Who We Are

WeAreForIsrael.org is the home of Rabbis For Israel and their supporters from around the world.

Rabbis of all streams of Judaism and from many countries have signed on to the Mission Statement of Rabbis For Israel. Innumerable others, Jews and non-Jews alike, have inquired about how they might offer support to us. We Are For Israel is a natural development of Rabbis For Israel, allowing others to express their support for our mission publicly and to receive important news and commentary from our Centrist perspective in support of Realistic Peace.

We may be left or right in our views of other issues, but find ourselves with the majority in standing up for a realistic peace, a peace that will provide security and prosperity for the people of Israel. This is why we call ourselves Centrist Advocates for Realistic Peace.

We ask that those rabbis who support our Mission Statement sign on as Rabbinical Signatories, Rabbis For Israel. Others, Jews and non-Jews, who support our mission may also sign on as supporters of We Are For Israel in several categories.

Those who simply wish to receive important information about Israel and the Middle East may sign up to do so without committing themselves to supporting any of our statements and their names will not be published on any of our lists.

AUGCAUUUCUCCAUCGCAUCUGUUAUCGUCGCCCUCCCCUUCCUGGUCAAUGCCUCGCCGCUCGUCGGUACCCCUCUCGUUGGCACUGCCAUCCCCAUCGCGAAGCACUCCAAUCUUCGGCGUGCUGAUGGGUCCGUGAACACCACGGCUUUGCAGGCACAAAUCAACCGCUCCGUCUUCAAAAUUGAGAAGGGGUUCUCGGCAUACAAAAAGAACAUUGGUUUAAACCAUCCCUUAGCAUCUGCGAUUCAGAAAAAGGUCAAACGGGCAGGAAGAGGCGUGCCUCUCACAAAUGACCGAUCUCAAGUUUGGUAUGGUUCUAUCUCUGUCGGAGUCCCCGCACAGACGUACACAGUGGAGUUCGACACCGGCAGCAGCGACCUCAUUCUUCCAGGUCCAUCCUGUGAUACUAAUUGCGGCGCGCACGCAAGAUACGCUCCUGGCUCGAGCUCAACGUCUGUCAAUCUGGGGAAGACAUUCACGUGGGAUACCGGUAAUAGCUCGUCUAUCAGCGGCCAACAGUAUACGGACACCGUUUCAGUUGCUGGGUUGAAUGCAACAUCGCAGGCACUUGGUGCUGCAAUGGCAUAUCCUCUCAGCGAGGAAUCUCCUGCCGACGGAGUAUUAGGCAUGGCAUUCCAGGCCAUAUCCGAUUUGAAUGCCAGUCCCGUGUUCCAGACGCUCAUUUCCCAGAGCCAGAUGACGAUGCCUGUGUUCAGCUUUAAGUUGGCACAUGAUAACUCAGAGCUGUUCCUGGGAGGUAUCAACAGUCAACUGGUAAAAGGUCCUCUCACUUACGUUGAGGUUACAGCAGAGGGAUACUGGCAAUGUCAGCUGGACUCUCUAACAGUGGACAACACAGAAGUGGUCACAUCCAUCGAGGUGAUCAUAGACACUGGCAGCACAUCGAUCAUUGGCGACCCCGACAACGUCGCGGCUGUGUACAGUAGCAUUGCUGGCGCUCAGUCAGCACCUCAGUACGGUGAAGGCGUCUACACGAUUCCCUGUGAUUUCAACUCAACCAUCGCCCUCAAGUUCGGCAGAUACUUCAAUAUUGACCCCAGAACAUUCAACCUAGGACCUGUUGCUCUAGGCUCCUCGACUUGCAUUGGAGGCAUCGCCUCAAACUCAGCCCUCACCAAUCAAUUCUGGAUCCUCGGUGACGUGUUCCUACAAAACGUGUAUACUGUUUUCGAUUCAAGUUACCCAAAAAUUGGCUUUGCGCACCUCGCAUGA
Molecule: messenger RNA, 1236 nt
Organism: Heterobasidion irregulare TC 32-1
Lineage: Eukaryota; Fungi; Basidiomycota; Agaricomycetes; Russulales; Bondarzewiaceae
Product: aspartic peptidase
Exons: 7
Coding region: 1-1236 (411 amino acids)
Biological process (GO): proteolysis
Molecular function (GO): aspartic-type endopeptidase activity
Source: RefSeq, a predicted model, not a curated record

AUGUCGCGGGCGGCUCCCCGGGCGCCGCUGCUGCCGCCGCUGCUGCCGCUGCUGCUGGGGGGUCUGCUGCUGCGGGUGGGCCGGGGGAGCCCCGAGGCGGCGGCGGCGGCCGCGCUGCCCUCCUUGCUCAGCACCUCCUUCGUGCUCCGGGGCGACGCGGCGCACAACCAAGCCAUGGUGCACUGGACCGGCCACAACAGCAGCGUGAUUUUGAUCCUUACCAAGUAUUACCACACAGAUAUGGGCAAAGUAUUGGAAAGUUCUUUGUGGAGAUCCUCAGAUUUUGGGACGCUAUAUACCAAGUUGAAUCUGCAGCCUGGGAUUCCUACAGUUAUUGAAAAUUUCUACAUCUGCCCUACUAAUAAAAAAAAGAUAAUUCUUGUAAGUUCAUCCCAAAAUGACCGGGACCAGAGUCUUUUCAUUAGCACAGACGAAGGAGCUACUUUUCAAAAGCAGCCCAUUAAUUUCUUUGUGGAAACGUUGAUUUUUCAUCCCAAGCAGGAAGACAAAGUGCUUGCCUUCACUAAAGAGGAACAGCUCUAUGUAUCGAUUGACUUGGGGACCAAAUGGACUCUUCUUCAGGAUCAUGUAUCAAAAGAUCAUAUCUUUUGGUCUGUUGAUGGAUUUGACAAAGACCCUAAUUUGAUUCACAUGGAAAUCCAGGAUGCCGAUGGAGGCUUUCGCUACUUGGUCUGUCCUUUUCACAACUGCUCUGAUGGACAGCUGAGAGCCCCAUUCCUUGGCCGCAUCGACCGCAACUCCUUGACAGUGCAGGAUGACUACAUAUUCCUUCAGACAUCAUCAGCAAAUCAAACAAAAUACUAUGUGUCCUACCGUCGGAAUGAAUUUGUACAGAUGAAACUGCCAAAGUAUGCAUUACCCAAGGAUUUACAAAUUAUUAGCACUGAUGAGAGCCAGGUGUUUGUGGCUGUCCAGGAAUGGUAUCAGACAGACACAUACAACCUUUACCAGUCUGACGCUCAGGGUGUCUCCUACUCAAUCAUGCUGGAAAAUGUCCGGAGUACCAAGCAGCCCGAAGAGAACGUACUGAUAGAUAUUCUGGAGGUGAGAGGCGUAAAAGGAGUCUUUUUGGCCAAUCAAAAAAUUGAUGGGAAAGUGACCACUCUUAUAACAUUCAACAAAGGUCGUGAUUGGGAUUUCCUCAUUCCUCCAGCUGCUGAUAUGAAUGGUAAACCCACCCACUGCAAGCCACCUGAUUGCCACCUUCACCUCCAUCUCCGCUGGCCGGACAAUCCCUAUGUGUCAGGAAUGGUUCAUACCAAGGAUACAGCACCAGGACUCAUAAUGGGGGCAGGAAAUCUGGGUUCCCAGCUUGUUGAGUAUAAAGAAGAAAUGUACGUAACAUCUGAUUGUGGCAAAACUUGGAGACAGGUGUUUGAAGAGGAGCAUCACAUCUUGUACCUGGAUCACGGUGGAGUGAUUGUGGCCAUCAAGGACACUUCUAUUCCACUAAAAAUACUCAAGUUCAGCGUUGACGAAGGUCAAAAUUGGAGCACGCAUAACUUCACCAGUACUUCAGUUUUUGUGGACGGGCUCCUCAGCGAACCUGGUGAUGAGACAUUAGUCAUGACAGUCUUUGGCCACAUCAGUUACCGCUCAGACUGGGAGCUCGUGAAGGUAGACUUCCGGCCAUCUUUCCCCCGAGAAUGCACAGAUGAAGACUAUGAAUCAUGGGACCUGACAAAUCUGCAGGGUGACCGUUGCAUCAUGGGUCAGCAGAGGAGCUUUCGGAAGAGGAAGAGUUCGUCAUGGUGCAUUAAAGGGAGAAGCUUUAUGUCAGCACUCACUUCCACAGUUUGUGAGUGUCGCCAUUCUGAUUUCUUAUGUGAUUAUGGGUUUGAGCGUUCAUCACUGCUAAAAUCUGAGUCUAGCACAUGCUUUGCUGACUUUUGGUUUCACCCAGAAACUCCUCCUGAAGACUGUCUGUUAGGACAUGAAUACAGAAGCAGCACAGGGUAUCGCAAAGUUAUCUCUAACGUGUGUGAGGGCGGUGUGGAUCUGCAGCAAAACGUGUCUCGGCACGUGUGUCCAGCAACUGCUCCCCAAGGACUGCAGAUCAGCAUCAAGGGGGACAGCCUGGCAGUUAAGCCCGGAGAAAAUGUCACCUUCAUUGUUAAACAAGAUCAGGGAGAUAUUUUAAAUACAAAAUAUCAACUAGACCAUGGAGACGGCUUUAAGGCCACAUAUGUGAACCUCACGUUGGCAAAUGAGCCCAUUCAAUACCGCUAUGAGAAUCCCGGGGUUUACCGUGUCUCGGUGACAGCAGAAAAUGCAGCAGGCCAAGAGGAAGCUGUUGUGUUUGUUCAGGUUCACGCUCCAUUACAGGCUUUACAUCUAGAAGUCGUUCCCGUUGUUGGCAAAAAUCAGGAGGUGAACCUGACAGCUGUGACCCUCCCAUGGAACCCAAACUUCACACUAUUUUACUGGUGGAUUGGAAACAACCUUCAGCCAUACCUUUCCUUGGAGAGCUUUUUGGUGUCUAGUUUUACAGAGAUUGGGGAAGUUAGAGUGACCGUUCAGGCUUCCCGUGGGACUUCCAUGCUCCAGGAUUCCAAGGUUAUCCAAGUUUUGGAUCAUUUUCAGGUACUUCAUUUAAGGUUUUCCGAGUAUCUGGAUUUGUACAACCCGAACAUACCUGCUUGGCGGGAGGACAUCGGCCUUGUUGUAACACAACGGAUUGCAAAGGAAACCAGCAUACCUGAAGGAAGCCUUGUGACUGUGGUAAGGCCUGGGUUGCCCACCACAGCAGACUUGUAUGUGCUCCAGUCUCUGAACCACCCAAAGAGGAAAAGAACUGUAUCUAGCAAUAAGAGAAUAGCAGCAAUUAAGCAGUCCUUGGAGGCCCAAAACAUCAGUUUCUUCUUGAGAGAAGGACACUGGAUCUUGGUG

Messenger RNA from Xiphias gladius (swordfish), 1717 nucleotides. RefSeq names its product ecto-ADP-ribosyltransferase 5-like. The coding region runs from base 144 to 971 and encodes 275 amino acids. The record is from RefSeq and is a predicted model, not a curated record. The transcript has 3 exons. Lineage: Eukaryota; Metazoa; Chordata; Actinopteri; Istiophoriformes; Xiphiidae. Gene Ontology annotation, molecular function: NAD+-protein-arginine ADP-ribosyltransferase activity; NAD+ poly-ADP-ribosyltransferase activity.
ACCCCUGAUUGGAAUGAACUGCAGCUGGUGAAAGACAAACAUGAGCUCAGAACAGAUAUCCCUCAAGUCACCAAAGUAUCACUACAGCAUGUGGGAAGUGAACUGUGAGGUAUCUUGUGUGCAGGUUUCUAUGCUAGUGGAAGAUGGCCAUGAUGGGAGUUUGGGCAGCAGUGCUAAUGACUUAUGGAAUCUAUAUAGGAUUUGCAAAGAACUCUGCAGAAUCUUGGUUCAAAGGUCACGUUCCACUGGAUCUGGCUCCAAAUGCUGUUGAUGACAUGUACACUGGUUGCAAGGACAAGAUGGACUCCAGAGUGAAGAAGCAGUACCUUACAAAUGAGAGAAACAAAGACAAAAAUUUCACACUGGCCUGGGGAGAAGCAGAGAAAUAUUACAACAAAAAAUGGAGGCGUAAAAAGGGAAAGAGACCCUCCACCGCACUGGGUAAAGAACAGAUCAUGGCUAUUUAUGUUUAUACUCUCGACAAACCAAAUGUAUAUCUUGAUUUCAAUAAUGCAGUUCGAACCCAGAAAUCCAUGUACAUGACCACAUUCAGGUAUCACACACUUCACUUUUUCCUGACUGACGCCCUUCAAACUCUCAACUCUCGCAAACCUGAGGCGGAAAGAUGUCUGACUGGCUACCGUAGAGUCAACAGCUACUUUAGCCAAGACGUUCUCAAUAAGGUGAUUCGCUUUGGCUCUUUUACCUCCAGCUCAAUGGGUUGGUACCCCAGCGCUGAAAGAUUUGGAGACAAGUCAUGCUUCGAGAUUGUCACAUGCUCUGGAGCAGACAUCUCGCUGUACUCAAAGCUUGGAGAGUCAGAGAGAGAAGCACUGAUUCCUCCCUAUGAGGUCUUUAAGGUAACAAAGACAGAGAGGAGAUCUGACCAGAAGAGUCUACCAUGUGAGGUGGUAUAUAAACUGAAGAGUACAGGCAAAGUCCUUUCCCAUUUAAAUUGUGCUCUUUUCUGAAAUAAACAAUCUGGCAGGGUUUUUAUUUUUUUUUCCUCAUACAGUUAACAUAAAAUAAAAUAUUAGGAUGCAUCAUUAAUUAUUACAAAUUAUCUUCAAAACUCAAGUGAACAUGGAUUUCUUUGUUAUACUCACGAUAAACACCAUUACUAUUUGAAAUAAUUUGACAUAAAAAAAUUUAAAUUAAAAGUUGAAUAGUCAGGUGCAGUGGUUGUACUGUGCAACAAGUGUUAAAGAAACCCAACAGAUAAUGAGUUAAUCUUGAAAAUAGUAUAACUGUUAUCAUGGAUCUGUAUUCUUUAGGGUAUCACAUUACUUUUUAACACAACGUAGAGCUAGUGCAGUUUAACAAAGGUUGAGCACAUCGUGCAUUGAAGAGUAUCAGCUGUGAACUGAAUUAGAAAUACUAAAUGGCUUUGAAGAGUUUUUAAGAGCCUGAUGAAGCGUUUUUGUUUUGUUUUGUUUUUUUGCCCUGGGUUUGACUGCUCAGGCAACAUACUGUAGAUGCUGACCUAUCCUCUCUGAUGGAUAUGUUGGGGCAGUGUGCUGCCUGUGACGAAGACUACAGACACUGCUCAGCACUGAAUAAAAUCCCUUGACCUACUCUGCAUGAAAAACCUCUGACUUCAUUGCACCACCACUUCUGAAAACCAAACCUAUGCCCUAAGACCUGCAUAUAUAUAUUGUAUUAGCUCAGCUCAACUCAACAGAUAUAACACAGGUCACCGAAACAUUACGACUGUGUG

You will find directions for lending your name in support of our organization as well as for receiving our emails and other important information on our “How Do I Sign On?” page.

Please also be sure to look at our Advocacy Statement which details how we differ from other Israel advocacy groups.

Click here to view the Mission Statement

One Response to Who We Are

  1. Phil Cohen says:

    Having just read David Wolpe’s response to Peter Beinart’s email, I have the following to say. I am impressed, of course, that a rabbi of David Wolpe’s stature would criticize a journalist of Beinart’s stature in a public forum. Beinart needs to be criticized. However, Wolpe does not go far enough. In calling the current situation an “impasse” he suggests that old tool of moral equivalence. He does not say it outright, but an impasse usually implies two or more parties. No. This impasse is created by Palestinian intransigence that manifests itself nearly daily. Now, with a presumptive partnership between Fatah and Hamas, there is little, if any, hope that those parties would appear at any negotiating table. I have come to think that a two or any number of state solutions is the province of my great-grandchildren, and not for want of Israeli willingness to appear at the table. It’s a dark prospect, to be sure, but it’s what my eyes are telling me.

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